Present - University of Pittsburgh

Report
MINDFULNESS
SKILLS GROUP
FOR PEOPLE WITH
DISABILITIES
KELLY BECK
SCHOOL OF HEALTH AND
REHABILITATION SCIENCES,
REHABILITATION COUNSELING
ACKNOWLEDGEMENTS
Support and Collaboration by:
University of Pittsburgh, Cognitive Skills Enhancement Program
Hiram G. Andrews Center
The Albert Schweitzer Fellowship, Pittsburgh
The Children’s Institute
Three Rivers Center for Independent Living
MINDFULNESS
“Paying attention on purpose in the present moment,
without judgment or reaction to whatever appears in
the field of your experience”
(Kabat-Zinn, 1985)
•
Originally a Buddhist principle
•
Developed into non-religious therapeutic interventions by Jon Kabat-Zinn
•
Holistic wellness & preventative care
•
Assisting people in coping with everyday lives and obstacles
MINDFULNESS BASED INTERVENTIONS
8-12 weeks group program, 1-3 hours formal per week
• Self Reflection
• Self-motivated
• Non-judgmental, non-reactive
• Suspend believing in judgments as being true.
• Inherent acceptance of pain and suffering
Activities
 Mind-Body Relaxation
• Meditation
• Gentle Yoga
• Breathing Exercises
DISABILITIES & MINDFULNESS
BARRIERS OF
DISABILITIES
More likely to experience….
MINDFULNESS BENEFITS
Increased life satisfaction
•
Unemployment
Increased quality of life
•
Poverty
Acceptance of disability
•
Inadequate healthcare
Increased autonomy
•
Socializing barriers
Less anxiety
•
Less satisfaction with life
Strategies for stress management
•
More stress
…..Than people without disabilities
CHRONIC PAIN & MINDFULNESS
CHRONIC PAIN
RESEARCHED
MINDFULNESS BENEFITS
Low levels life satisfaction
Increased life satisfaction
Increased stress
Increased autonomy & activity
Decreased activity
Increased community
participation
Lack of community
participation
Acceptance of pain
Helplessness
Pain management techniques
Pharmacological side effects
Non-pharmacological
strategies
COGNITIVE DISABILITIES & MINDFULNESS
COGNITIVE DISABILITIES
RESEARCHED
MINDFULNESS BENEFITS
Autism Spectrum Disorder
Decrease aggressive behaviors
Traumatic Brain Injury
Regulation of thoughts, emotions, &
behaviors
Stroke
Attention Deficit Hyperactivity
Disorder
Learning Disability
Developmental Delay
Cerebral Palsy
Spina Bifida
Improved attention control
Decrease anxiety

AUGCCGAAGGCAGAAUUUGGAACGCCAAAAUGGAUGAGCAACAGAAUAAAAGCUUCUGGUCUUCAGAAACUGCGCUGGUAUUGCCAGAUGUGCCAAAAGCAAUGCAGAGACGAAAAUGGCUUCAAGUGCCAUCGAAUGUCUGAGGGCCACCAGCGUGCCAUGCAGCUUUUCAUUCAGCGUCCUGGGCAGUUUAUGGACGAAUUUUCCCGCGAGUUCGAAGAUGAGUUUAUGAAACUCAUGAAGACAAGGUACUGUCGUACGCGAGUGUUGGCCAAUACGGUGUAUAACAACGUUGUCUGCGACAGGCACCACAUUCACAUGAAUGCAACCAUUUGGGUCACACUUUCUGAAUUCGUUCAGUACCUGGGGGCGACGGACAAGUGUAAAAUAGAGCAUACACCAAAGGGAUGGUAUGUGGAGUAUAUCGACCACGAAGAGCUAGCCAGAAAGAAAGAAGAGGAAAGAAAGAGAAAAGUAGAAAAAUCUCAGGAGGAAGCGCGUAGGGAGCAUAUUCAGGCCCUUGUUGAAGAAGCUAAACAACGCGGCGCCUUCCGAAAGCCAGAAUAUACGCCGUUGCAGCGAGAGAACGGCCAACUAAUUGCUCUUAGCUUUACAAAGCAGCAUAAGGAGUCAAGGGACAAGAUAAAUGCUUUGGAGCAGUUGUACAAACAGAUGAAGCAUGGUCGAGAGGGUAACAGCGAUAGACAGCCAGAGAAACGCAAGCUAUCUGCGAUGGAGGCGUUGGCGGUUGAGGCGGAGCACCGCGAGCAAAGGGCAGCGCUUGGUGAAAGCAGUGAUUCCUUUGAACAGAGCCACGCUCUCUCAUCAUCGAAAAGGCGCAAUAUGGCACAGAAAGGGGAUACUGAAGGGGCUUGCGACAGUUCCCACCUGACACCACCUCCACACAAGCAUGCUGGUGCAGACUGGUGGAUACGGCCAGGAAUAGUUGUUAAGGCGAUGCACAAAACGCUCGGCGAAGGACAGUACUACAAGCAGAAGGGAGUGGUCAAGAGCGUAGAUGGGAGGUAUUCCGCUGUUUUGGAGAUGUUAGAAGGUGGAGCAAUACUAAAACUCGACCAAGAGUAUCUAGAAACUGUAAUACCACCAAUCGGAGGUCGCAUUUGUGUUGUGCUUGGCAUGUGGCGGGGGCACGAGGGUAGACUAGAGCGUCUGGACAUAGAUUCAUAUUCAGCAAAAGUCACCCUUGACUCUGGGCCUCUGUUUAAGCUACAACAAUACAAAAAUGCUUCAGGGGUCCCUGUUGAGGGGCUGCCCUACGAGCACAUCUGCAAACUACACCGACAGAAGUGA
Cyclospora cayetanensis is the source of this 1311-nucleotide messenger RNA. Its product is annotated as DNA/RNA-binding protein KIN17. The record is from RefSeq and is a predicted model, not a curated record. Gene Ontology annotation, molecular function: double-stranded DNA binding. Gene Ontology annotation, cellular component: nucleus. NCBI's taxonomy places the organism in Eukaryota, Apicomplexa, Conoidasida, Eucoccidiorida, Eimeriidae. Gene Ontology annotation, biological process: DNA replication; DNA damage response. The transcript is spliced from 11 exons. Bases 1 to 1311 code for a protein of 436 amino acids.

Improved life satisfaction
Improved awareness
GROUP DIFFERENCES
15 people, Ages 18-24
80% Caucasian, Male
15 people, Ages 35+
90% African American,
Female
Cognitive Disabilities
Ages 11-17
90% Caucasian
RND Pain Disorders
Significant Disabilities
Enrolled in cognitive
rehabilitation program
TRCIL Consumers
High IQ, Athletic
Dependent on ACCESS
Outpatient
Voluntary
Voluntary, Parental
consent
Post Secondary Education
Attendance Required
PURPOSE & GOALS
1. Attention Control
1. Life Satisfaction
1. Awareness of Self
1. Make life more
fulfilling
2. Stress Management
1. Awareness of Present
4. Regulation of
4. Socialization
Emotions
5. Increase Participation
5. Regulation of thoughts 6. Decreased Stress
6. Decrease Anxiety
Levels
1. Life Satisfaction
2. Regulation of
Emotions
3. Diaphragmatic
Breathing
4. Pain Management
5. Expression of Pain
6. Loving Kindness of
Pain
CONTENT
• Education of attention
types
• Present Moment
Awareness
• Non-judgmental
• Develop Attention Skills
Awareness
• Minding your pain
• Expression of pain
• Diaphragmatic
breathing
• Mindfulness
Awareness
• Meditation
• Stress Management
• Non-judgmental loving
kindness
• Meditation
• Adaptive Yoga
• Stress Reduction
• Mindfulness Meditation
Strategies
• Socialization
MEASURES
Mindfulness Awareness
Attention Scale
Satisfaction with Life
Scale
Mindfulness Awareness
Attention Scale
Satisfaction with Life
Scale
Perceived Stress Scale
Satisfaction with Life
Scale
State Trait Anxiety Scale
Consumer Report and
Feedback
Perceived Stress Scale